Ancient beer production : a thesis presented in partial fulfillment of the requirements for the degree of Masters in Food Technology, Massey University, Auckland, New Zealand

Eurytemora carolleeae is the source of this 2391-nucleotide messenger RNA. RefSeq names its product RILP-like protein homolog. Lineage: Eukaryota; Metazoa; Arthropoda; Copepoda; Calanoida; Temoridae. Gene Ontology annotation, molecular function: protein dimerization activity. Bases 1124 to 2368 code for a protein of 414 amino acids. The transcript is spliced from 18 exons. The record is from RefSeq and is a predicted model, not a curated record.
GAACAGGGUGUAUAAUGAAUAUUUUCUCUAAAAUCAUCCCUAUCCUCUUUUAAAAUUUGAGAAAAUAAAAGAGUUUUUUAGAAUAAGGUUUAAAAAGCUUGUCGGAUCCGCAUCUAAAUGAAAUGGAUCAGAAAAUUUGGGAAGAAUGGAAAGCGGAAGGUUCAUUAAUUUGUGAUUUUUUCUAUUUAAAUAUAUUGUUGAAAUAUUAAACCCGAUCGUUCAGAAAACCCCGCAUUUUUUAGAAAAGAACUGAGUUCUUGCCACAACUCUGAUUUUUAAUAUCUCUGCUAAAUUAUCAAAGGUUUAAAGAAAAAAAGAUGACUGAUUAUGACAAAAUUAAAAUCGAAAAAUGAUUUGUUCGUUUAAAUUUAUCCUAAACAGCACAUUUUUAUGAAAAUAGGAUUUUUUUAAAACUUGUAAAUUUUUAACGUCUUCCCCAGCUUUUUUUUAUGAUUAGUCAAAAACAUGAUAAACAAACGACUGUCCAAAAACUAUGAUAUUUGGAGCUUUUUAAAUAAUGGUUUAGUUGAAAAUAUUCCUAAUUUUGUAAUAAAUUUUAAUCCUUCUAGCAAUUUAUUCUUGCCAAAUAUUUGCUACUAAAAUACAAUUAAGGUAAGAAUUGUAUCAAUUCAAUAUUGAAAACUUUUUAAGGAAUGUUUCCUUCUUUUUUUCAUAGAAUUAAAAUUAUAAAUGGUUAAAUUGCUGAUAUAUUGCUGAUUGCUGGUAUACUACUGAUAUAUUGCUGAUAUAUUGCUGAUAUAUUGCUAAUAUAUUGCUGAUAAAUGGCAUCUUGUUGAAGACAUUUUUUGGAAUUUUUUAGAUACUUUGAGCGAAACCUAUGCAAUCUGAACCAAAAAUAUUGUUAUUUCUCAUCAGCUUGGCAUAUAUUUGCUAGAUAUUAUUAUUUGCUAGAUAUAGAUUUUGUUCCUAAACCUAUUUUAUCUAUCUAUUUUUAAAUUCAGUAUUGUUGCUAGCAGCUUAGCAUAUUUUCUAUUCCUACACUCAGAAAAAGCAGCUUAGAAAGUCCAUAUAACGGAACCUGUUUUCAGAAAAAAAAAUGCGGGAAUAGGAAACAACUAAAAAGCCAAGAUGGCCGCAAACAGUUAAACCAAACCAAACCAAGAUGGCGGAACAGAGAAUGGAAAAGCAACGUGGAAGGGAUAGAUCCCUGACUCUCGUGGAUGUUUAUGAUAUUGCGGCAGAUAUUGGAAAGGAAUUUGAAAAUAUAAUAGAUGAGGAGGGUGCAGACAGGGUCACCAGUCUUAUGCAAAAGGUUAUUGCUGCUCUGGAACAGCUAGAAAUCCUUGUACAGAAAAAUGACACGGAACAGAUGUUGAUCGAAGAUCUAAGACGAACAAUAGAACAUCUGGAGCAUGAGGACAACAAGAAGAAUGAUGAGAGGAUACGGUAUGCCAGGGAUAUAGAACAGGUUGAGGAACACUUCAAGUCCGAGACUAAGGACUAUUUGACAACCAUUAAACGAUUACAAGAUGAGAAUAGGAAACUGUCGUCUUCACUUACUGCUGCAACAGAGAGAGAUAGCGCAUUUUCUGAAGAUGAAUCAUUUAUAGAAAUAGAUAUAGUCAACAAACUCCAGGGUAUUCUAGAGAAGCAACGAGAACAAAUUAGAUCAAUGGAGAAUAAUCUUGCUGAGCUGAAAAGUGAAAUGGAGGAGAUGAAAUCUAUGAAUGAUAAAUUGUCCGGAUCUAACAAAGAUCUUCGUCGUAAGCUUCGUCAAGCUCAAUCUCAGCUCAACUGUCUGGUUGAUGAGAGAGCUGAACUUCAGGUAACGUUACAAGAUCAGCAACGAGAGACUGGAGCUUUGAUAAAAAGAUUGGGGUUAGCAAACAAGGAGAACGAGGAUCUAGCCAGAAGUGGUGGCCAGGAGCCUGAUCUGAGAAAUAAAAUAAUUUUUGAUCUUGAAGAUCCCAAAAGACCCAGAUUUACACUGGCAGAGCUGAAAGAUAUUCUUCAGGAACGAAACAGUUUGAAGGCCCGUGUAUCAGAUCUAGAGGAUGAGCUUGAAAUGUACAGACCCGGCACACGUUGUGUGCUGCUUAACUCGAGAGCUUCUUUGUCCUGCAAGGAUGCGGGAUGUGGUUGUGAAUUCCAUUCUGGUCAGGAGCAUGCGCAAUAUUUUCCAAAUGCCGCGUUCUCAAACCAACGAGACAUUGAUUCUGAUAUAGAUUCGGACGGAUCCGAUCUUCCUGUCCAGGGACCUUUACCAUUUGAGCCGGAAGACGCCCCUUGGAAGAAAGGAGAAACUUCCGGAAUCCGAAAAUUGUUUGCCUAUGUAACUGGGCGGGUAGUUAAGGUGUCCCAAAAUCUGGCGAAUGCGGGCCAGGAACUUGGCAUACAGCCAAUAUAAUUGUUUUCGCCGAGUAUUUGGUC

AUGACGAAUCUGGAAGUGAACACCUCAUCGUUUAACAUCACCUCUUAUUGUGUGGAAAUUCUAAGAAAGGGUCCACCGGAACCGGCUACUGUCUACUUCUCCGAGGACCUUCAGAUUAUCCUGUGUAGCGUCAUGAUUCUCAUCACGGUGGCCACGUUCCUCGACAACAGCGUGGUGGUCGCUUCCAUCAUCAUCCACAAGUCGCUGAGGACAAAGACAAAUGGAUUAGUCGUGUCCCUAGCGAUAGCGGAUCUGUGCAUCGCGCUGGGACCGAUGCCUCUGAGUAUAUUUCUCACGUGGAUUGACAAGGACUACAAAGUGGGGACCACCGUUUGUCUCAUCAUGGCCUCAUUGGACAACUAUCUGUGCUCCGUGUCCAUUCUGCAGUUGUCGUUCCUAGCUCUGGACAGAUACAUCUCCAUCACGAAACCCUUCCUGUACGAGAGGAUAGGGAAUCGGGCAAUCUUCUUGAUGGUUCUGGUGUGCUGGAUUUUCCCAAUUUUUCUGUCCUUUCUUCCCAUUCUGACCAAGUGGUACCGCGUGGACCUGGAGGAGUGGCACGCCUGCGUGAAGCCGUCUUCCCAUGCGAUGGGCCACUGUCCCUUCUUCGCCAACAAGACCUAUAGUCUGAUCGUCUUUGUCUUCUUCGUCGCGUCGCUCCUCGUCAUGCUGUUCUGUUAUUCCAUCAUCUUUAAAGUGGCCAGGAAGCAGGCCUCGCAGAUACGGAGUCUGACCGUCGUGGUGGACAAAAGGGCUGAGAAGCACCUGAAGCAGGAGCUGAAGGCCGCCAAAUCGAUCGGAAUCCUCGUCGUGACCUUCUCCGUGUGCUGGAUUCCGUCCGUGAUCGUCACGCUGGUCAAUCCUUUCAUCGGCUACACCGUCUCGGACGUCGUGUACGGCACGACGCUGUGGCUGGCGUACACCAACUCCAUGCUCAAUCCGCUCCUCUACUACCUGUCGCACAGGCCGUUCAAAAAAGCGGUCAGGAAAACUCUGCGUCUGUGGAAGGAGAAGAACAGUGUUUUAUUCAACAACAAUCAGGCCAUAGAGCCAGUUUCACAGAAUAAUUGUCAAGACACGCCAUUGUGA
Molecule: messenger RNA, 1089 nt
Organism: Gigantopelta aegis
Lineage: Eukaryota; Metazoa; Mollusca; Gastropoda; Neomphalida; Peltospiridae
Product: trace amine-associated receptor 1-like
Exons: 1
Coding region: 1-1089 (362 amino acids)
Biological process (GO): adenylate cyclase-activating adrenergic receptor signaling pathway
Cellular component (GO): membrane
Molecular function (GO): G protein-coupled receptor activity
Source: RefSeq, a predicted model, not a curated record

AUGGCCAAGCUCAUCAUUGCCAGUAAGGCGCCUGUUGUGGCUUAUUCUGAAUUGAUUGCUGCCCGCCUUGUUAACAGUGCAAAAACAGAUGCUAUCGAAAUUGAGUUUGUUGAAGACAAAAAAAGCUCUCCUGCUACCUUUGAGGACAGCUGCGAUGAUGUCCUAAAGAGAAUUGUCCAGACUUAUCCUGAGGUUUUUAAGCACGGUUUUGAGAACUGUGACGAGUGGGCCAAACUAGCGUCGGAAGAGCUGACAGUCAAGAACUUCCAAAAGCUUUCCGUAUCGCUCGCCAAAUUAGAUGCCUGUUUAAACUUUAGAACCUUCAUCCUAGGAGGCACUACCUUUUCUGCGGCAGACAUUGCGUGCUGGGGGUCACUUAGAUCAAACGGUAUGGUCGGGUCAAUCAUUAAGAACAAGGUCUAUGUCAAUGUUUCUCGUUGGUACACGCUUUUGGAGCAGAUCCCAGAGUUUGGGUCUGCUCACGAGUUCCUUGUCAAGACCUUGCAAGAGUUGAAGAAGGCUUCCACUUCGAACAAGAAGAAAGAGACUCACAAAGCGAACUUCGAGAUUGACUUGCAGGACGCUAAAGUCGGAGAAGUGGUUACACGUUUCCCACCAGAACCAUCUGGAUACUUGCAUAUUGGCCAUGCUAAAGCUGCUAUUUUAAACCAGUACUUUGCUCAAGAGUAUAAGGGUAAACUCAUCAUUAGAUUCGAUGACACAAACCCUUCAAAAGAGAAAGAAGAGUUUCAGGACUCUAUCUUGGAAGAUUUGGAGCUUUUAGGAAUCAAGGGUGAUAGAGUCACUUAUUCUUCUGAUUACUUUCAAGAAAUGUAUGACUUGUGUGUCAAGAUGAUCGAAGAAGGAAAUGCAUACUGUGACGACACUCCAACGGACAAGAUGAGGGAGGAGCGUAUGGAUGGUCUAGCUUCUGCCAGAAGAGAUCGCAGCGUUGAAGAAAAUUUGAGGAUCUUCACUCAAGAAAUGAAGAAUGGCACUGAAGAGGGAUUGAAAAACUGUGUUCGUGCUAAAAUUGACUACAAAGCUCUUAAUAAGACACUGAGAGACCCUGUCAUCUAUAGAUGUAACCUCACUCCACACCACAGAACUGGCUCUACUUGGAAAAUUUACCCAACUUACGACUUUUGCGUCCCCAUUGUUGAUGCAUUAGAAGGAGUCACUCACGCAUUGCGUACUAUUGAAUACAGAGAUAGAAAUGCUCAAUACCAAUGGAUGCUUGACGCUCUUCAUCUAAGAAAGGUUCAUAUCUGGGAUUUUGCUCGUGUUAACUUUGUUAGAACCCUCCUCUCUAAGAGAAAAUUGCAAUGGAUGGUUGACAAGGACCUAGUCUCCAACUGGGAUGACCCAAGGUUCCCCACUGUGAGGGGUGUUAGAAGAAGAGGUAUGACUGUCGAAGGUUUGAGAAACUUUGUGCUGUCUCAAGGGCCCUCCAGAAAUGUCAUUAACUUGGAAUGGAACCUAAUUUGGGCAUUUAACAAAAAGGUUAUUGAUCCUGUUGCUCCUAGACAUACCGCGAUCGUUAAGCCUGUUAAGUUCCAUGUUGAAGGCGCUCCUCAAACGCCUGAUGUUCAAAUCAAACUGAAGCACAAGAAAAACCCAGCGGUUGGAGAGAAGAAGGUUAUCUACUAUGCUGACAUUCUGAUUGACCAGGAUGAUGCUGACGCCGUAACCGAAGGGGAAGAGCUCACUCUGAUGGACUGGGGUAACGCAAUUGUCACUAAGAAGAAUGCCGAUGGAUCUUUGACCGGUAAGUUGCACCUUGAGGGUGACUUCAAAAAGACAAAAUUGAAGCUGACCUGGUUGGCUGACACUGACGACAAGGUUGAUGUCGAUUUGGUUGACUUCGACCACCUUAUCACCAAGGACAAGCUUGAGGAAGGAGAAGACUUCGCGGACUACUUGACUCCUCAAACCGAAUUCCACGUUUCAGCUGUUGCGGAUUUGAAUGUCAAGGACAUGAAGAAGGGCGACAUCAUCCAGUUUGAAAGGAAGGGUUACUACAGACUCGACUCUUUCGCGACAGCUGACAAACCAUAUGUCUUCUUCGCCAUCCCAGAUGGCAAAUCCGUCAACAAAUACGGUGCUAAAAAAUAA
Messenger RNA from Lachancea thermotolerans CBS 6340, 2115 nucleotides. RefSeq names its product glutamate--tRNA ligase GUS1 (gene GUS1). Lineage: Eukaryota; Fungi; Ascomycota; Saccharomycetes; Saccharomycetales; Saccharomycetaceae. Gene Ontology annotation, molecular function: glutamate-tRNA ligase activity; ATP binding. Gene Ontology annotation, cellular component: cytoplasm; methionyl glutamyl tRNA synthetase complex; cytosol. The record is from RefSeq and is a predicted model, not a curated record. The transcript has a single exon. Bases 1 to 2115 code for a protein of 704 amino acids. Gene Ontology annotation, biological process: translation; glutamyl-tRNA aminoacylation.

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Background: Beer is considered to be one of the major historical achievements of mankind over the past several centuries in the area of fermented beverages. Beer has the ability to unite people under various cultural traditions and has geographically spread out throughout the world. It varies from nation to nation under the basis of its ingredients, production processes, sensory properties etc. However, the exploration of ancient beer research has been increasing only in the past few decades given the availability of modern analytical tools. Various civilisations adapted the concept of beer into their own cultures in a unique aspect as a safe-to-drink beverage, as opposed to drinking untreated water. Based on an archaeology study of a 5000-year-old beer recipe, one such civilisation named Yangshao (in Shaanxi, Northern China) was considered for this project. Objective: To recreate the ancient beer recipe that has been obtained from the above-mentioned Shaanxi district and adopt its ingredients into contemporary beer brewing methods. In this project, the physicochemical properties were analyzed and a focus group was conducted to understand consumer opinions and attitudes about the sensory characteristics of this beer. Methods: Initially, the ancient ingredients were identified and prepared to suit the modern brewing process. Processes such as milling, mashing, fermentation, conditioning were fine-tuned in order to suit them for the ancient beer reproduction. Physicochemical properties such as brix, colour, pH, specific gravity, alcohol content etc. using methods such as spectrophotometry, gas chromatography, refractometry etc., were investigated. A focus group was used collect qualitative information on the opinions of modern-day consumers on the ancient beer samples. Results: The beer was recreated by identifying the ingredients and their proportions, adjusting various production process parameters such as milling (15mm roller gap for barley & 10mm roller gap for adjuncts), mashing (double temperature mashing with 60 minutes), fermentation (primary and secondary fermentation), conditioning (at 4℃ for 1 week) etc. Recreated beer had similar physicochemical properties to certain commercial beers such as ales, lagers, Weiss beers etc. The similarities identified included alcohol content to modern-day beers (4.1% ABV), similar pH as ales (4.2) however focus group discussions revealed some uniqueness of this beer compared to modern beers. The unique factors included its pale colour, lack of bitterness, and increased sourness in its taste to its high malty aroma. Conclusion: The optimisations made on the physical processes resulted in a mash which yielded maximum amount of sugar extraction from the grains and a well carbonated final beer. The physicochemical analysis revealed that certain attributes of the ancient beer like pH, alcohol content were similar to some modern-day beers but overall the final beer product was unique and contrasting. The recreated ancient beer was well received by the focus group participants and most of them indicated their preference for the sample that incorporated hops. Also, the results proved that an additional carbonation process can be recommended in order to enhance the fizziness of the beer. Overall, the ancient beer proved to be feasible in modern-day brew society considering certain changes in ingredients (hops) and production processes (carbonation, filtration) are implemented in future.